Rough Bay Enterprises Ltd. v. Budden et al.

In Tug and Tow on (Updated )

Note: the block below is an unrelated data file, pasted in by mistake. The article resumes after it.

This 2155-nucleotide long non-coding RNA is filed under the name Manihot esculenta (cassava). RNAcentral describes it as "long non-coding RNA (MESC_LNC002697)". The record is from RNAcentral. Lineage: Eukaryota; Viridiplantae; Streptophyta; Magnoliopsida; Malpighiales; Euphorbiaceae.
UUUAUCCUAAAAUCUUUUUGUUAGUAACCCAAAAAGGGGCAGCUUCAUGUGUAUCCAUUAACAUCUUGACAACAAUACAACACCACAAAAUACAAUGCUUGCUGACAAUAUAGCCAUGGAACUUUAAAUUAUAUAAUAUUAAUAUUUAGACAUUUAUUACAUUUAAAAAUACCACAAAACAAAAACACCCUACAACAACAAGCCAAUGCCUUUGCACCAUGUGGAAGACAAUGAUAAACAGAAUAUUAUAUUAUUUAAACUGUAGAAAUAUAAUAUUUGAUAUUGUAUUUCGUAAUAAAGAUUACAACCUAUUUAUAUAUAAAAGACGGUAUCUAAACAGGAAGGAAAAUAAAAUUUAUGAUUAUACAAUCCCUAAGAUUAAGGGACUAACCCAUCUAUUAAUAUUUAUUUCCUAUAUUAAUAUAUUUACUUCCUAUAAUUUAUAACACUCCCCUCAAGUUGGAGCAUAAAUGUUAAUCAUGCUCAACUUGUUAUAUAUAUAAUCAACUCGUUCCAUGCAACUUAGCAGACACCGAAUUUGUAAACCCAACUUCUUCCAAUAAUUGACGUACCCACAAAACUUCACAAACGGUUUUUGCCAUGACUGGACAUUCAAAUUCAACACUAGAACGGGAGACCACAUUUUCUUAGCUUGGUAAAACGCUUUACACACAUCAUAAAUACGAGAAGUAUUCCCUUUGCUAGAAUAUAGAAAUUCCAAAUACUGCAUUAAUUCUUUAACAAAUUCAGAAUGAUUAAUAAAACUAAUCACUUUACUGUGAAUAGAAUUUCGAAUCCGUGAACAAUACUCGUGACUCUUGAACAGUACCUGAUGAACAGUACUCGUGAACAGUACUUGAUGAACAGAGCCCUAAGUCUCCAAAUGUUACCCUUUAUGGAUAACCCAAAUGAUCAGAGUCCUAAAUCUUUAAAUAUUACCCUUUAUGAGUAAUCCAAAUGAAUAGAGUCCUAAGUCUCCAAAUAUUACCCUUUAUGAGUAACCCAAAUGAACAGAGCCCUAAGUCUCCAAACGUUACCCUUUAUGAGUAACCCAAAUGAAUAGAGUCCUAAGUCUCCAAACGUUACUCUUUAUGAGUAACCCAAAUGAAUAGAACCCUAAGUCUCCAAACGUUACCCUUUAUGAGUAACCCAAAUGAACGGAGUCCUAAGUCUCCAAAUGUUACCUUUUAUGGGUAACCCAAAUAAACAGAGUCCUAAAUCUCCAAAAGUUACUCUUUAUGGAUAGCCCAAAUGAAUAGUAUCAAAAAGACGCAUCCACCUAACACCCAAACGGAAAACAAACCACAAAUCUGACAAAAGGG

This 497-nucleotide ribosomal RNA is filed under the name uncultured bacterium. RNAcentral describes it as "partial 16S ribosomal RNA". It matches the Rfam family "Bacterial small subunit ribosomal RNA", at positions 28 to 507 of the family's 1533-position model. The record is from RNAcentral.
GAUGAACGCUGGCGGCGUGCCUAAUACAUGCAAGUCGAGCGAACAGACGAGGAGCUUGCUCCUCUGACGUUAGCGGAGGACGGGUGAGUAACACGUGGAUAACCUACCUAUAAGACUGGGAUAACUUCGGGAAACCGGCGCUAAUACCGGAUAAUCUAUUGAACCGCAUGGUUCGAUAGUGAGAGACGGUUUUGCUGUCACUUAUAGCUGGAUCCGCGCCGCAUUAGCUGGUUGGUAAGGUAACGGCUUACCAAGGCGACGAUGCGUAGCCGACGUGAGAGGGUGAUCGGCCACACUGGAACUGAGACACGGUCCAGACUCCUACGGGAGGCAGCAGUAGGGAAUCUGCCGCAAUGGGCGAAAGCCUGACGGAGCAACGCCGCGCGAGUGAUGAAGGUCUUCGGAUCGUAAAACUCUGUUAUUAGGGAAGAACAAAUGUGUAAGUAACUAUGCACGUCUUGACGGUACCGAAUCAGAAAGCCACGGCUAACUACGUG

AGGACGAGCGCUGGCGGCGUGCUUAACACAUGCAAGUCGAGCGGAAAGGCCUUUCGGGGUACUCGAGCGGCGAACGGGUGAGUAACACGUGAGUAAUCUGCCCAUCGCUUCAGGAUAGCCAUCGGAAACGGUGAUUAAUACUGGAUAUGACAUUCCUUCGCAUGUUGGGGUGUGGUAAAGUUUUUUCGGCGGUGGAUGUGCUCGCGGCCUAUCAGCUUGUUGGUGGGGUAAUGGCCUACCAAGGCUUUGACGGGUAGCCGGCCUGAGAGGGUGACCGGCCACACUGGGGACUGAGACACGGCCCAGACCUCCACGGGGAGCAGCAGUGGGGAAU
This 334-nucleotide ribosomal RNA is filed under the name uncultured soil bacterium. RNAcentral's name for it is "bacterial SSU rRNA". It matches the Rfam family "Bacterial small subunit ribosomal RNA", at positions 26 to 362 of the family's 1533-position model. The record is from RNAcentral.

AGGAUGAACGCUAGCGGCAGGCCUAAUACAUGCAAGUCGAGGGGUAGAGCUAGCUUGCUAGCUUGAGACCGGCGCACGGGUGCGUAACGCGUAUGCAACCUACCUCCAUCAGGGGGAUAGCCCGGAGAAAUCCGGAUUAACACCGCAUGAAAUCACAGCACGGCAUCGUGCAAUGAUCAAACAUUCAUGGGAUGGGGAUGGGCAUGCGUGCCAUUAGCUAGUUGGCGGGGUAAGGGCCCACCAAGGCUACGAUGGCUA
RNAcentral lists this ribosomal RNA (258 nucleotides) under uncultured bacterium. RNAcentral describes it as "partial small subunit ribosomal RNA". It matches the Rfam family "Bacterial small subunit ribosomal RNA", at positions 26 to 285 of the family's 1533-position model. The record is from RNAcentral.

The Plaintiff, the purchaser of a barge, sued the Defendants for negligence and breach of contract in the towage of the barge. The Plaintiff purchased the barge from the Defendant Budden for $90,000, paying a $5,000 deposit together with an initial payment of $42,500. The Defendant Budden agreed to tow the barge from Port Alberni to Campbell River with his fishing vessel for an additional sum. The balance of the purchase price was to be paid on delivery. The Plaintiff arranged with its insurer to add the barge to its insurance policy. The towage commenced but due to mechanical difficulties was interrupted at Bamfield. Discussions were then entered into between Budden and the Koprino Defendants for the Koprino Defendants to complete the tow with the fishing vessel “Koprino”. The Koprino Defendants advised Budden that they would complete the tow on the condition that the owners of the barge provide insurance for all parties. Budden agreed to this condition but he failed to advise the Plaintiffs of the condition and the Plaintiffs, therefore, did not obtain insurance protecting the Koprino Defendants. The “Koprino” took the barge in tow from Bamfield. At the time of departure the weather forecasts included gale warnings. The barge capsized off Port Renfrew and was later towed to Victoria, where it was repaired and substantially upgraded. The Plaintiff did not pay Budden the balance of the purchase price. The issues in the case included: whether the Defendants were negligent; if so, whether the Plaintiff’s claim was barred by its failure to obtain insurance coverage for the benefit of the Defendants; and if not, what damages were attributable to the Defendants’ actions. The Court held that the Plaintiff did not prove that the Defendants were negligent in deciding to leave Bamfield given the prevailing weather conditions or in continuing with the tow. The Court held that the capsize of the barge was due to localized storm conditions off Port Renfrew and that the Defendants were not negligent in failing to anticipate this. The Court found that the barge capsized because it was unseaworthy due to rot in its bow and stern planking. Notwithstanding the findings that the Defendants were not negligent the Court considered the insurance and damages issues. The Court found that there was an agreement to insure for the benefit of the Koprino Defendants and, even though this agreement was entered into between Budden and the Koprino Defendants, the Court held that Budden was acting as agent for the Plaintiff. Consequently, the Plaintiff’s subrogated insurance claim was barred as against the Koprino Defendants but not as against Budden. With respect to damages the Court held that the repair costs should be depreciated by 25% to take into account betterment.